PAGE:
After a relatively mild and wet winter the blossoms are early this year. The May Bush, or Hawthorn, is in bloom. As the name suggests this normally flowers in the month of May.
Painting flowers requires a paint colour appropriate to the particular flower. The richness cannot be suggested by the ‘dull’ colours I normally use. In this painting, the pink of the apple blossom was achieved by using Alizarin Crimson. The other colours in the painting were Cadmium Yellow, Burnt Sienna and French Ultramarine.
There are a few very strong colours which can dominate a painting and upset the harmony of colour. Alizarin Crimson, Cadmium Yellow or Viridian Green are three that come to mind. In the natural world there is a natural harmony of colour. I have found that in a painting just matching what I think I’m seeing and throwing in an array of colour never creates a natural landscape painting. It must be something to do with the fact we are conscious we are not looking at the real thing but an interpretation. We are viewing a rectangle of various pigments playing at being a real world.
The crimson in the middle of a area of green would be a jarring combination of colour. To lessen this unpleasant combination I made the overall colour slightly purple by using French Ultramarine (a purple blue) and spread the crimson as much as possible throughout the entire painting. Viewed on its own its not noticeably purple and the crimson of the blossoms are not out of place or alien to the general scene, but viewed beside the last painting the difference in the overall colouring is very noticeable.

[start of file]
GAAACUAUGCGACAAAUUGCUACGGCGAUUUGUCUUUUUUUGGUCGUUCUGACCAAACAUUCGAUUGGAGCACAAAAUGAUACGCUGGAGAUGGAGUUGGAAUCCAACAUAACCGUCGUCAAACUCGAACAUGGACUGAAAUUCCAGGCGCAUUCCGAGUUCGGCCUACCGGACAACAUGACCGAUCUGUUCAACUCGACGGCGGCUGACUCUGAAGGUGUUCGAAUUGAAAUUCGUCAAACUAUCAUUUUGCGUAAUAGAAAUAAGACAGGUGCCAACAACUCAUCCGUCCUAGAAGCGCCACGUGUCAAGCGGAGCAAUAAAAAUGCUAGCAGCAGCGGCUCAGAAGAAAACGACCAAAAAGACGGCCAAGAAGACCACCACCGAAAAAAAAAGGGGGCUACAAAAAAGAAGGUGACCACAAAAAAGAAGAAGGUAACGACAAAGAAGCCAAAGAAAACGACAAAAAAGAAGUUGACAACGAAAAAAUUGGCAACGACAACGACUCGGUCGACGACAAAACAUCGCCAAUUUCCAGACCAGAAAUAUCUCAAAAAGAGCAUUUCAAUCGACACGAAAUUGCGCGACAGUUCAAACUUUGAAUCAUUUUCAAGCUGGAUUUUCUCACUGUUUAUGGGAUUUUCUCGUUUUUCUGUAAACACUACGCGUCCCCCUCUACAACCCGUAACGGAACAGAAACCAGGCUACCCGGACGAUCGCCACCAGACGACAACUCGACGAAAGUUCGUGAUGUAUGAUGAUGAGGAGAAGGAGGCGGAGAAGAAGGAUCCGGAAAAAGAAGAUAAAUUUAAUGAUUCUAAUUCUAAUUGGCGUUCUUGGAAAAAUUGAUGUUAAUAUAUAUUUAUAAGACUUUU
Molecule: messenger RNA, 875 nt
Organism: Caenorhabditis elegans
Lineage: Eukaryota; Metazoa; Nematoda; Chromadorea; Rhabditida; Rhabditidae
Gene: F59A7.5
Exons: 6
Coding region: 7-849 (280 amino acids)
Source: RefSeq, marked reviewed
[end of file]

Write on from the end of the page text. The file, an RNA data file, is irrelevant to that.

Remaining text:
I’ve included two thumbnail photos of this painting and the last one to show the overall colours relative to each other. In the previous painting the use of Cadmium Yellow was the issue. In today’s painting, although Cadmium Yellow was also used, its the crimson that would have unhinged the harmony more than the yellow.
Here’s the video. See you soon.